What you need to know
- Google previously altered its ambient displays on Nest Hub and Chromecast products during COVID to save internet bandwidth.
- The company slowed down slideshow timing and lowered resolution to keep ambient displays from "clogging up the pipes."
- Google is reverting that practice and restoring the original timing and resolution of photos for ambient displays.
For the past two years, Chromecast and Nest Hub ambient displays — that's the term for the constantly rotating stock of pretty pictures on your TV or smart display — have been a little different than originally designed. Starting today, Google is reverting this practice and returning those ambient displays to their former glory. That means photos will be displayed at full resolution on each display and the cadence at which pictures appear will once again be quicker.
Google made the announcement in a community post (opens in new tab), detailing the previous practice, which was intended to help save bandwidth worldwide by reducing the frequency at which photos cycle on smart displays (opens in new tab) and Chromecasts. Additionally, Google reduced the resolution of these photos for the same reason. Google says this practice is no longer necessary because of reduced internet traffic worldwide. During the pandemic, it was common to see companies like Netflix (opens in new tab) reducing the quality of video streams for the same reason.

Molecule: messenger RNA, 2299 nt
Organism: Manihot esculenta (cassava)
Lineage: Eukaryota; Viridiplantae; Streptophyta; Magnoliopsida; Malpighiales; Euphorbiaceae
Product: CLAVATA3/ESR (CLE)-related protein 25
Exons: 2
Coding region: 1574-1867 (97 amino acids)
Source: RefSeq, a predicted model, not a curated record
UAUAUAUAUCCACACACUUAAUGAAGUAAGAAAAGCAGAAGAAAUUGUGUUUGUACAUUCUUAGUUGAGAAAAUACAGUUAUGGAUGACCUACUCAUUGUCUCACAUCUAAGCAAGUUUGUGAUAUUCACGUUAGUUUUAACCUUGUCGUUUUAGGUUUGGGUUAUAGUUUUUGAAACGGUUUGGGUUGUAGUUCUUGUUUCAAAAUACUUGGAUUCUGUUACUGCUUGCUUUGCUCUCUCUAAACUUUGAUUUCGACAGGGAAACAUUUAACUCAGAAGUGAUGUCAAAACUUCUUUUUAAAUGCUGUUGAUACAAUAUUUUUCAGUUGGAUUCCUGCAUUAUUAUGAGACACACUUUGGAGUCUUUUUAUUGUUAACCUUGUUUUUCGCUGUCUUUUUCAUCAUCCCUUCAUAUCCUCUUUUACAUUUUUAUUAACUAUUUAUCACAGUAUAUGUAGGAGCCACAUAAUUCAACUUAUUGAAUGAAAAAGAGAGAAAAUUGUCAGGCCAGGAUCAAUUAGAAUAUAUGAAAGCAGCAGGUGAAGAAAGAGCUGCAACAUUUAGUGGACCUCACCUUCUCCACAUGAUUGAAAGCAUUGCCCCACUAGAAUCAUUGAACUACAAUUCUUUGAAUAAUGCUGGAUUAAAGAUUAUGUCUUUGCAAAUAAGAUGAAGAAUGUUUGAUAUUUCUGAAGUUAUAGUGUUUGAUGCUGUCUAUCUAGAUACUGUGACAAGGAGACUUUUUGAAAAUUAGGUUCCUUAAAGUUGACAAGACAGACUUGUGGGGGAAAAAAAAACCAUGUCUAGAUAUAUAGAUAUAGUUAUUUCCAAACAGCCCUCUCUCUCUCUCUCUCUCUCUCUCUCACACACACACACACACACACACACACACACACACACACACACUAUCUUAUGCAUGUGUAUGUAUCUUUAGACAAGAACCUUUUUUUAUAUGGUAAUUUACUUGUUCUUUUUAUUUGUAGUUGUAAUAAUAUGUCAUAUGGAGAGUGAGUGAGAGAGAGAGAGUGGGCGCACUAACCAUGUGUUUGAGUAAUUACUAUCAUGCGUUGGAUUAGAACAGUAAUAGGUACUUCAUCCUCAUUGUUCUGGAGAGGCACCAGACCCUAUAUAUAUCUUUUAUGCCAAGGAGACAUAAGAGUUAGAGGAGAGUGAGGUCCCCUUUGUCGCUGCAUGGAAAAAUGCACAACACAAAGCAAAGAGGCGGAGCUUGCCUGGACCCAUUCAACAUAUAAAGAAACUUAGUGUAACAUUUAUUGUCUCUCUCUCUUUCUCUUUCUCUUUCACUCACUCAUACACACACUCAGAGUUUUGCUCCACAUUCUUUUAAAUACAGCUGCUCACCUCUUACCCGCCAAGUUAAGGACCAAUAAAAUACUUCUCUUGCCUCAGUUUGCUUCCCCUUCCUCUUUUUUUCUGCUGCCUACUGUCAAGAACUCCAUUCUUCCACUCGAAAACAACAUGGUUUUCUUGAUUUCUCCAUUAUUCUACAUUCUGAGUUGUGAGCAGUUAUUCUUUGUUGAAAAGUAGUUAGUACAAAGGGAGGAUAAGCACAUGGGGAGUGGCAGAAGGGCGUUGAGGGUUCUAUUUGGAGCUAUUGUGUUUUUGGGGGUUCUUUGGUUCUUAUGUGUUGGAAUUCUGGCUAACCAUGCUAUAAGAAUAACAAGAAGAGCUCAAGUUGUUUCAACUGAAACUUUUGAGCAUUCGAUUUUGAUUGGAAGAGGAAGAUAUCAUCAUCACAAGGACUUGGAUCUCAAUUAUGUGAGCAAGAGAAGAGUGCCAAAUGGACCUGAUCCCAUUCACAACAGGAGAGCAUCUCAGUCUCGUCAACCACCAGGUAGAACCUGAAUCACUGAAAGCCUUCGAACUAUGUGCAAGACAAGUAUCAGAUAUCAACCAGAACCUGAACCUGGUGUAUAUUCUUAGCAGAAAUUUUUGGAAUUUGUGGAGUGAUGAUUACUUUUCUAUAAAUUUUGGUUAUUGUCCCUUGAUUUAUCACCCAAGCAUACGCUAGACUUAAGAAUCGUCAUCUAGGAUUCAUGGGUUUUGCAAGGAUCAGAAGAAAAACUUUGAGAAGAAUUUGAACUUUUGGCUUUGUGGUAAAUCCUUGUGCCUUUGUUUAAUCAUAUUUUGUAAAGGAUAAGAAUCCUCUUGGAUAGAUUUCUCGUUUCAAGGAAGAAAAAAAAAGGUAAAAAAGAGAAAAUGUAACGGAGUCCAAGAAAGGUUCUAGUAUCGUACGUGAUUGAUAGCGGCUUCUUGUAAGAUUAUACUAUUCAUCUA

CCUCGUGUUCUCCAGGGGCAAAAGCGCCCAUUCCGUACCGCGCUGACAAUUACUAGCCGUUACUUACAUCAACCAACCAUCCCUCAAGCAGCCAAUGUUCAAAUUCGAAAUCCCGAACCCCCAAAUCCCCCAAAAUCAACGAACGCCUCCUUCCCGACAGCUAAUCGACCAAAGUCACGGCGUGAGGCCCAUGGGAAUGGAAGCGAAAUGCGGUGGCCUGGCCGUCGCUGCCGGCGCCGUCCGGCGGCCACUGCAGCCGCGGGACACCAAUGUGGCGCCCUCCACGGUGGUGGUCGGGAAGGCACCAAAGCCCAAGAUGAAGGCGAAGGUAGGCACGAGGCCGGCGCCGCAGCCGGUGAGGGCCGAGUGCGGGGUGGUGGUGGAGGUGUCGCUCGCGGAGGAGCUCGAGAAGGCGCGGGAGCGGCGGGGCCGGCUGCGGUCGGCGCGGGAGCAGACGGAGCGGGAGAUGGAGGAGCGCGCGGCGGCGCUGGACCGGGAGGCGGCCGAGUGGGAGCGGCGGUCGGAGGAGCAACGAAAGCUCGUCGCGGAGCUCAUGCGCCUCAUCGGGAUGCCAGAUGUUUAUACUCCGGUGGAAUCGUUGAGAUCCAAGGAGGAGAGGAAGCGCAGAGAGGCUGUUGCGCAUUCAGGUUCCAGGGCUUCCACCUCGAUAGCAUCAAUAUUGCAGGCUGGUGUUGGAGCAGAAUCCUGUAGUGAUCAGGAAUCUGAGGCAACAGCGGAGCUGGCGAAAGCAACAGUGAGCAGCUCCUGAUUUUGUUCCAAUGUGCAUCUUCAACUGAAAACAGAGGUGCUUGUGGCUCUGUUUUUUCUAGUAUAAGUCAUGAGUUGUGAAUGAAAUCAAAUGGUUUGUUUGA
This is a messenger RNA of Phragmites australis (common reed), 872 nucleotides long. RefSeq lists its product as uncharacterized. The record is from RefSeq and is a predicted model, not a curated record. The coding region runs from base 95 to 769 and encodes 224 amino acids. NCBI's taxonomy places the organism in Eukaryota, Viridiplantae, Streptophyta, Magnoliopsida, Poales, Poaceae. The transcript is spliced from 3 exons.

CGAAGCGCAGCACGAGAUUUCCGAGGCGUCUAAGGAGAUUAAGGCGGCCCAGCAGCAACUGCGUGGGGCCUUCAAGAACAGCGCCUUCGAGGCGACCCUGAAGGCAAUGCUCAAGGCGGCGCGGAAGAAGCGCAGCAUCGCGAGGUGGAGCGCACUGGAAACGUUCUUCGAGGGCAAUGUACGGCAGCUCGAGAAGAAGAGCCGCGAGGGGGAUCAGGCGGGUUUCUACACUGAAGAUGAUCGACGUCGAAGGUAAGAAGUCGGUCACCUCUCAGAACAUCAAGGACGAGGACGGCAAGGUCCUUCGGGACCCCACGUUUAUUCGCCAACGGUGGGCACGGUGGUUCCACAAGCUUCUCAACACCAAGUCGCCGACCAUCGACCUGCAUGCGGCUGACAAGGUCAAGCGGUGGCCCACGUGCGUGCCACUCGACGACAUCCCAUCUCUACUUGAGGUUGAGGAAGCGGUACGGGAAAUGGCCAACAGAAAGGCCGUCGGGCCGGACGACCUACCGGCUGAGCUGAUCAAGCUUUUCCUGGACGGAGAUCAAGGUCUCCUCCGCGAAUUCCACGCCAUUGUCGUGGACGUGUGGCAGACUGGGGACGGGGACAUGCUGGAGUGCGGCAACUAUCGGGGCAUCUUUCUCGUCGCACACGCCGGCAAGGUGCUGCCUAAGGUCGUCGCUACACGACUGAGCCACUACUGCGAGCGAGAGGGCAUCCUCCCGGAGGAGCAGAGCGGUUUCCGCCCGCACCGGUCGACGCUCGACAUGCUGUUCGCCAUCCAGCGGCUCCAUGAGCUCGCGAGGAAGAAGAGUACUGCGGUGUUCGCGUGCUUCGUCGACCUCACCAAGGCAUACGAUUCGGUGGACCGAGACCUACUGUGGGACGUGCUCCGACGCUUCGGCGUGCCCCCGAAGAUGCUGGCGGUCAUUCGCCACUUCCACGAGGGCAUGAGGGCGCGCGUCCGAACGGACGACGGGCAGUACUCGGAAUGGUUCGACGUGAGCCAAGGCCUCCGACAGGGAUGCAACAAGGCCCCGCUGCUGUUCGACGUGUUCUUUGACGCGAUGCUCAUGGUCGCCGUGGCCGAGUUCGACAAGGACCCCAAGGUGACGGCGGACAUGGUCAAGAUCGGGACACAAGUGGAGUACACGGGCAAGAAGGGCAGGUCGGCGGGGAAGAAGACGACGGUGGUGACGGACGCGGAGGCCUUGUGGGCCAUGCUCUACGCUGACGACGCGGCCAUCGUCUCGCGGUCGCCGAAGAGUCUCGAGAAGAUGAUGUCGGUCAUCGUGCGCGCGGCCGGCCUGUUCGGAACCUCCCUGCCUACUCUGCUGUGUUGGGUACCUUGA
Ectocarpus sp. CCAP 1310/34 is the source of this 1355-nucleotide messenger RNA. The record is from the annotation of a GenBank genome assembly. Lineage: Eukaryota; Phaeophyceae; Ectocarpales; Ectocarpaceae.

While the resolution of photos on ambient displays will automatically be adjusted to their proper resolution, you can change the speed at which the ambient display cycles through photos. These are the steps Google outlines to do that:
- Open the Google Home app.
- Touch and hold your device's tile.
- At the top right corner, tap Settings.
- For Chromecasts, tap Ambient mode. For Displays, tap Photo Frame.
- Scroll down and under Slideshow speed, select your preferred speed (5s, 10s, 30s, 1m, 3m, 5m, 10m)
Just this week, Google added Fitbit and Google Fit integration (opens in new tab) to Google Assistant, which will soon allow you to view your daily fitness stats at a glance on Nest Hub displays. Google is also removing the need to say (opens in new tab) "Hey, Google" on the Nest Hub Max for customers who enroll in the beta program, removing a small annoyance from the lives of Nest Hub Max owners.
Nest Hub 2nd gen
Google's Nest Hub 2nd gen can track your sleep without the need to wear an annoying wristband on your arm all night.
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